The exchange below was posted on another board, but it might be interesting here as well (discussion invited).
The kickoff was provided by a description at this link: http://www.kiss-ssb.com/testimonials.html
RF (ex-K8CBZ, General; license not renewed after 1967 due to other pursuits in electronics)
The wires in an elevated counterpoise do not collect returning antenna currents. The source for the total amount of r-f current that flows on them is the return side of the transmission line. An elevated counterpoise needs to have only a few resonant wires, compared to using buried radials (see the NEC analysis I linked to earlier).The bigger the counterpoise in the form of the number of radials will always be more efficient than 1 radial in collecting antenna return currents.
Buried radial wires are not resonant. The v.p. of those conductors when buried is far slower than when they are in free space. They do serve to collect the r-f current flowing in the ground plane. Those ground currents are produced by the displacement currents flowing across the capacitance of the monopole to the earth, and for efficient radiation need to be returned to the transmit system with minimal loss. The paper linked below was made for a "Part 15" board, but should help illustrate this point.
Those r-f currents are present on and somewhat below the surface of the earth from the base of the monopole to a radius of about 1/2 of a free-space wavelength. To collect them rather efficiently the buried radial system needs to use about 120 evenly-spaced conductors, each at least 1/4-wave long in free space wavelength. This was proven experimentally by Dr. George Brown of RCA Labs back in 1937, and that finding has been used by the FCC ever since as a baseline for the performance of AM broadcast stations.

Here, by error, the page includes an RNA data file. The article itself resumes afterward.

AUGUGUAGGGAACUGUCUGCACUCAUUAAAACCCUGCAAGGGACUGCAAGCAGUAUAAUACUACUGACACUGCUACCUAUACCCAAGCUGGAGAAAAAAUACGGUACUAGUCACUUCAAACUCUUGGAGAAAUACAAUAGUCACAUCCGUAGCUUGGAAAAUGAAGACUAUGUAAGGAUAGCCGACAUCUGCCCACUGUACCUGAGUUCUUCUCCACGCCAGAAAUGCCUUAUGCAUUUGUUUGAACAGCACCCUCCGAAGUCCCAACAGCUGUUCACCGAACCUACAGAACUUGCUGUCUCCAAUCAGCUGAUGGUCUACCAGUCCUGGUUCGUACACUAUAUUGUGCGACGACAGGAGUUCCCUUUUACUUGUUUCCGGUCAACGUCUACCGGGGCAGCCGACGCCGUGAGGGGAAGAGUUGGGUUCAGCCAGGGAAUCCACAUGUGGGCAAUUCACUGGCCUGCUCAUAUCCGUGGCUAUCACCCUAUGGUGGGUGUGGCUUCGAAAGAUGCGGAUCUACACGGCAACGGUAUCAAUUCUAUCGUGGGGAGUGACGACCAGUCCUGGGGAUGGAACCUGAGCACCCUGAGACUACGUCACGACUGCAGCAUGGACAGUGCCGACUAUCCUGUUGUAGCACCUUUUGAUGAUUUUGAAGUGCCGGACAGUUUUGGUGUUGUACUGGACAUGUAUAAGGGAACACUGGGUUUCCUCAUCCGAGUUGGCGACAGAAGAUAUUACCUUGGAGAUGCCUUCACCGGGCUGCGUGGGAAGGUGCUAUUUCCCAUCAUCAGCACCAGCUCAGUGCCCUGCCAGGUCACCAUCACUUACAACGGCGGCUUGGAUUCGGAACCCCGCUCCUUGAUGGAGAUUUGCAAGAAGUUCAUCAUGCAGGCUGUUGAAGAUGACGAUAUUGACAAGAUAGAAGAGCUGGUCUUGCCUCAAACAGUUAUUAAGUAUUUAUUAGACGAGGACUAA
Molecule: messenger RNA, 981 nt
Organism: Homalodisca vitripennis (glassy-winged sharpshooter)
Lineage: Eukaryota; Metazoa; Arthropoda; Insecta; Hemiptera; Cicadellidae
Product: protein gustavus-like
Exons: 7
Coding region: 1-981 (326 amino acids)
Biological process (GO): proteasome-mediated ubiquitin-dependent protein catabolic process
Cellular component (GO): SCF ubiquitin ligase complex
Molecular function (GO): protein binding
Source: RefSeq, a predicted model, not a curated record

Dr. Brown also invented the ground plane antenna, which is a vertical monopole driven against 3 or 4 elevated quarter-wave conductors -- which form a counterpoise for the vertical section.
A vertical monopole using a counterpoise does not require or use the r-f current flowing in the earth (or sea water) around the antenna site to achieve efficient radiation. The radiation it "launches" is independent of the earth, but reflections of that radiation from the earth will affect its far-field radiation pattern.
While a system of 120 x 1/4-wave buried radials and an elevated counterpoise permit essentially the same radiation pattern and gain from the monopole section, they do it in different ways.
Probably the "600 feet" of wire that bothers some in this thread is a bit of marketspeak, in that the total length of all the series-loaded conductors for the various bands might add up to that length if all those conductors had the physical length to be self-resonant (guessing).
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